If you think of Type 2 diabetes as carbohydrate intolerance, the natural dietary response should be to restrict the offending dietary component. And when this occurs—when diabetic patients restrict carbs—their symptoms improve, often to a greater degree than diabetic patients on other diets. Keto restricts more carbs than even other low-carb diets, so on the face of things, keto seems great for diabetes.
Let’s take a closer look.
Insulin resistance: Your cells don’t respond as strongly to insulin, and you need more to produce the desired effect.
Hyperinsulinemia: Your insulin levels are always elevated. This inhibits you from releasing fatty acids from your body fat to be burned for energy.
Hyperglycemia: Because you’re not very good at using insulin to remove glucose from the blood, you often have high blood sugar—especially after eating. In fact, postprandial blood glucose is the most common way to diagnose type 2 diabetes.
Excess body fat: Gaining weight often leads to type 2 diabetes.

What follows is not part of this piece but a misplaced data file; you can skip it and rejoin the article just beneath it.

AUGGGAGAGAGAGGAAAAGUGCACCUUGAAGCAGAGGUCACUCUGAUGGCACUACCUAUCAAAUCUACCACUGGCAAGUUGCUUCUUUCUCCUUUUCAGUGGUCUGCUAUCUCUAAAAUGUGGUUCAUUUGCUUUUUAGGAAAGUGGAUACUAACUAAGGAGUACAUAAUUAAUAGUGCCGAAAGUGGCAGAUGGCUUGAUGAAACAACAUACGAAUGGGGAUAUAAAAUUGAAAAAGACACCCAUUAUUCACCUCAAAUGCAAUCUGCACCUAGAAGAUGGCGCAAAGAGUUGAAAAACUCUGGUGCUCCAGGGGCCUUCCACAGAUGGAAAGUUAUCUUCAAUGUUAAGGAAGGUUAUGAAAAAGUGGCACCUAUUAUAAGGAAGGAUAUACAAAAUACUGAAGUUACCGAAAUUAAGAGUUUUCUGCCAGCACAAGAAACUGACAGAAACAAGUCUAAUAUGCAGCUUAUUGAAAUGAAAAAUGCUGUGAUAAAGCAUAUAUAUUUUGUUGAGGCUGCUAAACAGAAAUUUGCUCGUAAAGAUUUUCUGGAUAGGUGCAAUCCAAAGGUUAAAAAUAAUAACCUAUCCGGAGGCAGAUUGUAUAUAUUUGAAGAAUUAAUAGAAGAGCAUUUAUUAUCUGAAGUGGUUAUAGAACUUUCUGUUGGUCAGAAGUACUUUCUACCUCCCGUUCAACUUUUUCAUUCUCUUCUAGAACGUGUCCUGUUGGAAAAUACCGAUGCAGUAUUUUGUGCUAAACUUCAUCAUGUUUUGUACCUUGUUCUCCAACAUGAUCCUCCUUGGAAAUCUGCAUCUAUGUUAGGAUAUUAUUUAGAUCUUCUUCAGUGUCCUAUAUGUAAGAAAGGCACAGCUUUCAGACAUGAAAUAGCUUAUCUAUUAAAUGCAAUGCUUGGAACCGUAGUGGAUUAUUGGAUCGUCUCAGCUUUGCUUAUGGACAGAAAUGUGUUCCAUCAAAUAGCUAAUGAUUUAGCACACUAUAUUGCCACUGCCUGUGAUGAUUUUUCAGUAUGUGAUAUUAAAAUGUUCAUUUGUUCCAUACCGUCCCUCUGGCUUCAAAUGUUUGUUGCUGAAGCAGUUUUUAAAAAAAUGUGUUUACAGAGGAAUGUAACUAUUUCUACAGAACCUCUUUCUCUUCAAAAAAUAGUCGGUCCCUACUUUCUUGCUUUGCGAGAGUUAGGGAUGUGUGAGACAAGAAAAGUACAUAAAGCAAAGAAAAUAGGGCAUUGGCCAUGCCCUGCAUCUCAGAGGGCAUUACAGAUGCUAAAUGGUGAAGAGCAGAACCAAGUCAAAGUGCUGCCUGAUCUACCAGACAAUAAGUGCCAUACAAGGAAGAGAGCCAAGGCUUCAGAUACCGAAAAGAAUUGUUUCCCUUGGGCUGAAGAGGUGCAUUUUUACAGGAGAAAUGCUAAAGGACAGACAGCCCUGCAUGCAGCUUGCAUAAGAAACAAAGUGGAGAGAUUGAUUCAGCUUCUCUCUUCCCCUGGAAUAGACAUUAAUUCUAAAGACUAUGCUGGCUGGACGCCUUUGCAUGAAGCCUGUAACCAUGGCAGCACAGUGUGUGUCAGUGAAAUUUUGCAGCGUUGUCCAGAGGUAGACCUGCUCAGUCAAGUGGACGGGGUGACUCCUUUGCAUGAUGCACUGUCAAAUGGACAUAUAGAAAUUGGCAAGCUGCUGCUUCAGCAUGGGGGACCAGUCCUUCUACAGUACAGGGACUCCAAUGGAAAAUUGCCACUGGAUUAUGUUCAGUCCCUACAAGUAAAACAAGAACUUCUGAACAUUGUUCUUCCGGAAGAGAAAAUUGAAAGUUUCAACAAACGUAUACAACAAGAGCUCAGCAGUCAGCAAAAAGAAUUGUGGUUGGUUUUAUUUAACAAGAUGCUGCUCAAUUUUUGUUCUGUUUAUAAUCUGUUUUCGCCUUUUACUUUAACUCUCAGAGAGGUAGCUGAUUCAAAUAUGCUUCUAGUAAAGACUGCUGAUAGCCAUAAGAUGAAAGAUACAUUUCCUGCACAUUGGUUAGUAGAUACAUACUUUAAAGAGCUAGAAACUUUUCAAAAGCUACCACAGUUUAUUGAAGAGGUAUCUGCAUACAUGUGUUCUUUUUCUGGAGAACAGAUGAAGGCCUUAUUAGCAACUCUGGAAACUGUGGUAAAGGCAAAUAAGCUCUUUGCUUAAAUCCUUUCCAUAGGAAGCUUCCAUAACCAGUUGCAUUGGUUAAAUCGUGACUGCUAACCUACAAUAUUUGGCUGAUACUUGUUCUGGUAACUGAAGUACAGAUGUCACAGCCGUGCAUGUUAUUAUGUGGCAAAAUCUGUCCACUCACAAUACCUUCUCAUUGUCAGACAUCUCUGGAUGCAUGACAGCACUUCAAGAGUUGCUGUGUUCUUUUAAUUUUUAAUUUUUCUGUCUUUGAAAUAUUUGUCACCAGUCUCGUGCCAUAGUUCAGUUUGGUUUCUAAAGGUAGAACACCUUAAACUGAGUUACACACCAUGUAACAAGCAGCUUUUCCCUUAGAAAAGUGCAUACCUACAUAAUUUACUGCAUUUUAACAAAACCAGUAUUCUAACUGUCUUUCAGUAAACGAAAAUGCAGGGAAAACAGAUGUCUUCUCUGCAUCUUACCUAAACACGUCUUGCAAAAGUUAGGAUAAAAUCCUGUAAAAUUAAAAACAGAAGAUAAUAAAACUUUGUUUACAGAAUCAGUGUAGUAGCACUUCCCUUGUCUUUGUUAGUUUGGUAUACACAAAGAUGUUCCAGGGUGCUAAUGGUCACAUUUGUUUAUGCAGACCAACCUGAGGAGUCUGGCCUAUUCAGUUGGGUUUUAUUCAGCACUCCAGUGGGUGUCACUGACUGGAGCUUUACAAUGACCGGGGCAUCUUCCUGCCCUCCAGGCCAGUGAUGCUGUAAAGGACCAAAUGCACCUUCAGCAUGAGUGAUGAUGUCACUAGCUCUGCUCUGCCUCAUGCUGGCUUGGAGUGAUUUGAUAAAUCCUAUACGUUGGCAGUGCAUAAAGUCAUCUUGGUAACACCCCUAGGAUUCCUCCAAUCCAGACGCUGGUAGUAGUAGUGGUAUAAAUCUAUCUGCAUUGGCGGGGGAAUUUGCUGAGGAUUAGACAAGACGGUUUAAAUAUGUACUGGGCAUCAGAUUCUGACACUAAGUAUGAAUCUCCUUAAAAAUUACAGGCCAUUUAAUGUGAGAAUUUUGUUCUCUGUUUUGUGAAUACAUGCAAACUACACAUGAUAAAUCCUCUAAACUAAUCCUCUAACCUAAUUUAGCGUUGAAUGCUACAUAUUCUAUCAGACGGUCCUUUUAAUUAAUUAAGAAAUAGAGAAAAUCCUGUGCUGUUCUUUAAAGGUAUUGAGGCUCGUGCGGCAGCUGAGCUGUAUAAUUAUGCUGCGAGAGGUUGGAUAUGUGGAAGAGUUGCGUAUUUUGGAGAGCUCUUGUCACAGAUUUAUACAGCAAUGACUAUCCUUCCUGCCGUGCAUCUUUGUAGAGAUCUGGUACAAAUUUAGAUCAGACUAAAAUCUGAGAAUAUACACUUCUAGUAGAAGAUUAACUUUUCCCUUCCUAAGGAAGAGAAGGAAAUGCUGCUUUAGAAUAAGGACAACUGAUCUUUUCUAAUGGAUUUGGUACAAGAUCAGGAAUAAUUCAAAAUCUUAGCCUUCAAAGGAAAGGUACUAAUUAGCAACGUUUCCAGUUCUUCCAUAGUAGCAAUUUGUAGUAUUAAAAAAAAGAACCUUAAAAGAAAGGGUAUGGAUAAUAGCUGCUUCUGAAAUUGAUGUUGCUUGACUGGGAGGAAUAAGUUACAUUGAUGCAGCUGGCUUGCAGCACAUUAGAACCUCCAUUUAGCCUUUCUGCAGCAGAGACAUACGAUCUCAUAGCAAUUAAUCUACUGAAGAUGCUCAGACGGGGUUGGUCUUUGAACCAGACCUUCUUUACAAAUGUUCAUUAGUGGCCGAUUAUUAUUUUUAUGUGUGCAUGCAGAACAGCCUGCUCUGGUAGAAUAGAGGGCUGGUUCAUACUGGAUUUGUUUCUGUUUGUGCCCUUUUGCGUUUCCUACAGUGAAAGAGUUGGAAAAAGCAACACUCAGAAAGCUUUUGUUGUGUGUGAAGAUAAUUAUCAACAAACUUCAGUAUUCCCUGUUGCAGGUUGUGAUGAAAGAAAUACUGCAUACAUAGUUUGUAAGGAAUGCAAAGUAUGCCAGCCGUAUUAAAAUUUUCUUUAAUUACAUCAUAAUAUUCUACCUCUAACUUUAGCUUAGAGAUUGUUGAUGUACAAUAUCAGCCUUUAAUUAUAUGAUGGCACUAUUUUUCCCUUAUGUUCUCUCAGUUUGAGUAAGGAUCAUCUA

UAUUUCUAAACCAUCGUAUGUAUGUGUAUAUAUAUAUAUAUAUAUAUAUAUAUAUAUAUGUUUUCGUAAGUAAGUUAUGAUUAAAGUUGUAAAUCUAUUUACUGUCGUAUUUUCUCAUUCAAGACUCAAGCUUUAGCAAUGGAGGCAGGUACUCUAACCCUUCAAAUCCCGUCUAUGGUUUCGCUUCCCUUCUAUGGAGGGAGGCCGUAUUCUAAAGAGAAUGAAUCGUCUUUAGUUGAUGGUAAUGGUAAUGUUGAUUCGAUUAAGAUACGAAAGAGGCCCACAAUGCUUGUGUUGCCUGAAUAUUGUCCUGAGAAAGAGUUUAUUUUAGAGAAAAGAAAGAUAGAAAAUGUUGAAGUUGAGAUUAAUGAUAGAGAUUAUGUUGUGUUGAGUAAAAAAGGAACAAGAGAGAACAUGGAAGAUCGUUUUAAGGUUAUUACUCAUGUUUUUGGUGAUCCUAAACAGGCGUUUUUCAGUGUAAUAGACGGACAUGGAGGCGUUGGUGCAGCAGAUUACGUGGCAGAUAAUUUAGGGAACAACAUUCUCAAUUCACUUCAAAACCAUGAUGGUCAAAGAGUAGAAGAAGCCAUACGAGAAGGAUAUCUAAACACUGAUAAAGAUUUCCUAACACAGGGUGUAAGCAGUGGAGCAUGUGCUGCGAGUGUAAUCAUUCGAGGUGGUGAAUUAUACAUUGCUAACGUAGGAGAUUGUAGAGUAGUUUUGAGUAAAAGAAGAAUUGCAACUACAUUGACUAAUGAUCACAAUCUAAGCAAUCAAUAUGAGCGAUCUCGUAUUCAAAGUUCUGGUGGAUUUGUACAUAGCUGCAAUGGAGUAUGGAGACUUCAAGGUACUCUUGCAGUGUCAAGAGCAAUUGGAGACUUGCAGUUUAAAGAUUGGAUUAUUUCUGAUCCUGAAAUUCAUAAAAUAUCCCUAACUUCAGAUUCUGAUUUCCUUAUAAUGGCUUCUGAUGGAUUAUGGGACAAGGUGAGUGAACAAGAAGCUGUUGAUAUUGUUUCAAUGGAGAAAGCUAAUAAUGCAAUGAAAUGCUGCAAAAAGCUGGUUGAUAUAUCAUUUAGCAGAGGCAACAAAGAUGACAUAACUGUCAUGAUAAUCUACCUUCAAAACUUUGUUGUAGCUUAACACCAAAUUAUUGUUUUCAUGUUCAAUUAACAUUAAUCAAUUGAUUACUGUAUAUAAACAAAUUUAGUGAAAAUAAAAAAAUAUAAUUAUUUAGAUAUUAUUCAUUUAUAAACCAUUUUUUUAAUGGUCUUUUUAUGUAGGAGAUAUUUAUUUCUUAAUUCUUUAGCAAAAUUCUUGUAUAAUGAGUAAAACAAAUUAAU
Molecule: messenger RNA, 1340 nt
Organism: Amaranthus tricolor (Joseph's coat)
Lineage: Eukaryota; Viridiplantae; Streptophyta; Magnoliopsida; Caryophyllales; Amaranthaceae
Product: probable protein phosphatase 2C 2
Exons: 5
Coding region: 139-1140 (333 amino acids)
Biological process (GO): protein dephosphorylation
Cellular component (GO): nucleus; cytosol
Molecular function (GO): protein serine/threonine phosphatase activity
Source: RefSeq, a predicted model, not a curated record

Insulin resistance: It depends. Keto can actually induce physiological insulin resistance, whereby the tissues become resistant to insulin so that the small amount of glucose you have in your blood is diverted to the areas of the brain that can’t use ketones. This is normal, not pathological, and doesn’t lead to hyperinsulinemia. If you’re losing weight on keto, your insulin sensitivity will improve.
Hyperinsulinemia: Keto lowers insulin levels. For ketosis to even occur, insulin must be low.
Hyperglycemia: It’s hard to spike blood sugar when you’re not eating carbs.
Excess body weight: Keto is an effective way to lose weight.
So far, so good. Theoretically, keto should work really well for people with type 2 diabetes. How does it work in real life folks with type 2 diabetes, though?
In 2005, researchers gathered 28 overweight patients with type 2 diabetes and placed them on a ketogenic diet with fewer than 20 g of carbs per day. Seven patients dropped out; 21 completed the 16-week study. Those who completed it had great results:
This was a pilot study without a control group, so it can’t be cited to directly compare keto to other diets. But it clearly worked.